To pivot or to persevere? Or more bluntly – to give up or to not to give up? This is a haunting question, a question that has ramifications far after an answer has been chosen and it’s also a question that almost everyone in our community has had to face at one time or another. How do you know when to give up and when to keep trying?
Tara Prescott | Fine Artist
Sometimes you don’t always know the answer to this question. Sometimes you get discouraged when you don’t see the results you set out for yourself. And then all of a sudden, you get a sale, or a referral, or a thank you for someone that you helped. Someone let’s you know that your work meant something meaningful to them or a loved one. This happened to me recently. For instance, a young lady recently purchased one of my paintings titled “Champion” from my website. She mentioned that the painting spoke to her core. The woman figure in the painting is also wearing a boxing glove and she herself also takes up the sport of boxing. It was a reminder to herself to never give up despite the levels of adversity she’s been through. As she shared her story, this was a reminder for myself as well. One thing that I’ve learned with my art career is keep going no matter what. Read more>>
Raquel Aurilia | Singer-Songwriter
I think this question is one that makes you think about just how passionate you are about what you are pursuing in your life. If you are passionate about what you are doing then I feel that you should never give up. In the music industry I am driven by my passion to share my music with everyone and not necessarily by specific number of sales etc. If my music can touch even one person than that means so much to me and motivates me to keep writing and singing. As long as I am passionate about what I do, giving up is not an option. Read more>>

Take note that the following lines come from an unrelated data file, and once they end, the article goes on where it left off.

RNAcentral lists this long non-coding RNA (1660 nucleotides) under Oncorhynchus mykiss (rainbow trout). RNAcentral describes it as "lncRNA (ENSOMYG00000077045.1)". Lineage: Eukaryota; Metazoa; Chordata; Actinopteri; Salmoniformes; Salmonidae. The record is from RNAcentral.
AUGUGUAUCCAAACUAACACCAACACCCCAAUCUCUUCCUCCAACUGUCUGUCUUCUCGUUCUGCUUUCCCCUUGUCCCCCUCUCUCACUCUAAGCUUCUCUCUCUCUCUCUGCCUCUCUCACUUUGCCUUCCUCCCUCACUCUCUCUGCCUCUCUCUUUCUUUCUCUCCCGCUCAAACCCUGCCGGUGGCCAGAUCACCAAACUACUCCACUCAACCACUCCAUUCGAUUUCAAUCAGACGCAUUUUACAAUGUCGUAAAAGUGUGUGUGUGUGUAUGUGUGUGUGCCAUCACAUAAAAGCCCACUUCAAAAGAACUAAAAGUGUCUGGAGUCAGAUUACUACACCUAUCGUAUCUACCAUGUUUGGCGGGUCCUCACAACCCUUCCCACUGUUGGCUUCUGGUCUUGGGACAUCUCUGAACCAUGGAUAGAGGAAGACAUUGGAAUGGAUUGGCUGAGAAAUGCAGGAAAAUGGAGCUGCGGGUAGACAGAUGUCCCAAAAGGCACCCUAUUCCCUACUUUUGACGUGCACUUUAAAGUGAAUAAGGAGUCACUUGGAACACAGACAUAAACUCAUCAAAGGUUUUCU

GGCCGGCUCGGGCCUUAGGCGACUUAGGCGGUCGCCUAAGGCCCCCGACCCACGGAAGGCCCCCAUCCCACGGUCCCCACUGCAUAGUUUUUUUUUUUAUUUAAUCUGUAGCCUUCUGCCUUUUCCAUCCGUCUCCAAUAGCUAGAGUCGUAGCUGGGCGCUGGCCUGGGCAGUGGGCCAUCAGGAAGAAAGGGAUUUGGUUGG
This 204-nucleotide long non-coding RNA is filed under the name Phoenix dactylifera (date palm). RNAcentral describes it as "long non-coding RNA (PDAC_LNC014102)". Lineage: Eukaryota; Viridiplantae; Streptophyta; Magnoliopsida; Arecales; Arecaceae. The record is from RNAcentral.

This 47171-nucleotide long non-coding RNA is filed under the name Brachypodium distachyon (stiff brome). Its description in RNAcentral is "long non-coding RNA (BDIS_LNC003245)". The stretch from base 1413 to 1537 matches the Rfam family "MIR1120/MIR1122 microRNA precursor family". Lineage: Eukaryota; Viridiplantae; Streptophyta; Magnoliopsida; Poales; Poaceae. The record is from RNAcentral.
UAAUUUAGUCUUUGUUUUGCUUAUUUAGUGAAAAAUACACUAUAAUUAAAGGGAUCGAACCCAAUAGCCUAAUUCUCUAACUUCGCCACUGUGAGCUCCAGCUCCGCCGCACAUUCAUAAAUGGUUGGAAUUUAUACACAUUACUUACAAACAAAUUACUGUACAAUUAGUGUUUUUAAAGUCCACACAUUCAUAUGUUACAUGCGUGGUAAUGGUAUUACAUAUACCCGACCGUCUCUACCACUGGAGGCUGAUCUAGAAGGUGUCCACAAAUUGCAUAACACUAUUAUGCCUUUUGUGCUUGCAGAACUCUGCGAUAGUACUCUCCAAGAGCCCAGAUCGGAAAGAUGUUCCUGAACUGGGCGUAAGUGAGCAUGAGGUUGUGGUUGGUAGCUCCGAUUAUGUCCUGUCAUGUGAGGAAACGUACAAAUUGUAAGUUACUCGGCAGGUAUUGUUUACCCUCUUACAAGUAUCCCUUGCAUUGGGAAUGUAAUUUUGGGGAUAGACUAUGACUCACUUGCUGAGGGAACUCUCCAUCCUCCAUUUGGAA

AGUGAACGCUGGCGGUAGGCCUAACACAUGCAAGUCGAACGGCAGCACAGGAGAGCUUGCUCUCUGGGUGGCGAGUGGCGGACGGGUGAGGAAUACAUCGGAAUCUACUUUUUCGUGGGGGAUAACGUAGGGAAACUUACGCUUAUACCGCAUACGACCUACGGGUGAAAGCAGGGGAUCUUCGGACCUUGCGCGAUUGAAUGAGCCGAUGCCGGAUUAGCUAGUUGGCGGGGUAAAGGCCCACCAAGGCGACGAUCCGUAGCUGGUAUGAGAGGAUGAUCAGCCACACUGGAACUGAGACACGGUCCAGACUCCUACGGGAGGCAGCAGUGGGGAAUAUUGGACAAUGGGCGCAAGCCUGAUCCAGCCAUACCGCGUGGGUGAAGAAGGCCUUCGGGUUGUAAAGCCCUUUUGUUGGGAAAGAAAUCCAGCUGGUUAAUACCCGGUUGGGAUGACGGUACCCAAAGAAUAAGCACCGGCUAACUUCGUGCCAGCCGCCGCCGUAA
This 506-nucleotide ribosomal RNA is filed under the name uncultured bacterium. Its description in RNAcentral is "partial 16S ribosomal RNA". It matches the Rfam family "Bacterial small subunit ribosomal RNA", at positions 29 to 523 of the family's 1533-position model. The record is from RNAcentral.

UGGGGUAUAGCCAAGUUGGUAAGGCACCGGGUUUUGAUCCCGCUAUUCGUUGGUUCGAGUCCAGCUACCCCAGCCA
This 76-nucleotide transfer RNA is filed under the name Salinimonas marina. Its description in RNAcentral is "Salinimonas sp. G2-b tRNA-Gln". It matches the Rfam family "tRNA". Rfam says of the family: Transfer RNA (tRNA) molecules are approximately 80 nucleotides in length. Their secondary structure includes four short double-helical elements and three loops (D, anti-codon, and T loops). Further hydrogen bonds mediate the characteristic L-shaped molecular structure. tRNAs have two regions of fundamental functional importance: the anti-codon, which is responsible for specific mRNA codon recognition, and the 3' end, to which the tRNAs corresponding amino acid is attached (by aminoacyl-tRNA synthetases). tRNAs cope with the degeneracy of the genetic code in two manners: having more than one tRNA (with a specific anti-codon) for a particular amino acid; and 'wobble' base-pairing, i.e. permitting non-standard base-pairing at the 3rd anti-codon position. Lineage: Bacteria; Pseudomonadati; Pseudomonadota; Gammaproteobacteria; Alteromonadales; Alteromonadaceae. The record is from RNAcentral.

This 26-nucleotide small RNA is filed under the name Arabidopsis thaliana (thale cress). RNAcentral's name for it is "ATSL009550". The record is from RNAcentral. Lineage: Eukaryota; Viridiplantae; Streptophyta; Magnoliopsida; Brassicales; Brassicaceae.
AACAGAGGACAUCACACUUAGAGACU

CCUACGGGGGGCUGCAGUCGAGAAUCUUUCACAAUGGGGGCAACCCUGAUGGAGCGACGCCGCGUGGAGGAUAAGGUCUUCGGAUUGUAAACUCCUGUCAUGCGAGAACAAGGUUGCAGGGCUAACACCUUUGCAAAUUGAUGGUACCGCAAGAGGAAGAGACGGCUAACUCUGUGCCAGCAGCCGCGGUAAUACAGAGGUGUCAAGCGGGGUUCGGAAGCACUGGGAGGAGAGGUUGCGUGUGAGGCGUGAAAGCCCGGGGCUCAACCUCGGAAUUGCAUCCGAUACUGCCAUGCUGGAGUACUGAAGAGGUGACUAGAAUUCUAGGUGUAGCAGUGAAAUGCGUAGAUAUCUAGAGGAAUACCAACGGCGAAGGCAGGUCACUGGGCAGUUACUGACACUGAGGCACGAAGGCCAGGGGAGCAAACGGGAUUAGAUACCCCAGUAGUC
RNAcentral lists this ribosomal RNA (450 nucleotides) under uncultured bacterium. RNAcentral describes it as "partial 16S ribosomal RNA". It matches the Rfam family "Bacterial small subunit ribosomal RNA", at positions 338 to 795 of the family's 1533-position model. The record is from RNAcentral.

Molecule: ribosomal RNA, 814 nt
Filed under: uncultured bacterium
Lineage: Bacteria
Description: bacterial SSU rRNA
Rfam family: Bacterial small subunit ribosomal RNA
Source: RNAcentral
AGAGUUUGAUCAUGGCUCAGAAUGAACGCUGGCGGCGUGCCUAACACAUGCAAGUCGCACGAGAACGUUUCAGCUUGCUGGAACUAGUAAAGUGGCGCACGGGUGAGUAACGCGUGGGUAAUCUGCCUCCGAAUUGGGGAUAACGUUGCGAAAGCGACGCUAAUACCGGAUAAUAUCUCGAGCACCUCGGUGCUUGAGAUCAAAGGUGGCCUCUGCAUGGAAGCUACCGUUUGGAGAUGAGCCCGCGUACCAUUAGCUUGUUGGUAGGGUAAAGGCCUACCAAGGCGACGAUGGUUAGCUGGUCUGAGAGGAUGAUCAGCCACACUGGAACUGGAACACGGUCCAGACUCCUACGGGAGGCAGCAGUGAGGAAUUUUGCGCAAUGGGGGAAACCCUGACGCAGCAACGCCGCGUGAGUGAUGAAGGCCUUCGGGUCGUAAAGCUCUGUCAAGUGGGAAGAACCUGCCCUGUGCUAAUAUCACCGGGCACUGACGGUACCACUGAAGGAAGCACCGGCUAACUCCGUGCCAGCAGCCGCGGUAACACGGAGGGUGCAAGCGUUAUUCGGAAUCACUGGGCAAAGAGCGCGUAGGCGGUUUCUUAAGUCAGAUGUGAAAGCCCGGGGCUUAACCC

Kathy Turner | Owner & Creator
The feeling of knowing whether to keep going or give up has come up many times for me. It has come up recently through the coronavirus spread. I struggled when my employees first expressed they could not work because of the virus. Then business slowly diminished. Other times in my career the thought of giving up arose when I had to give from my personal finances as I tried to develop a clientele. Five years ago gluten free or vegan food was not easily available or desired. Another time I recall is when personal tragedy forced a reduction of effort towards business. My husband was in a life threatening accident which required 3 years of care. Through all this, need to work played a role in carrying on and a deep desire for entrepreneurship. Read more>>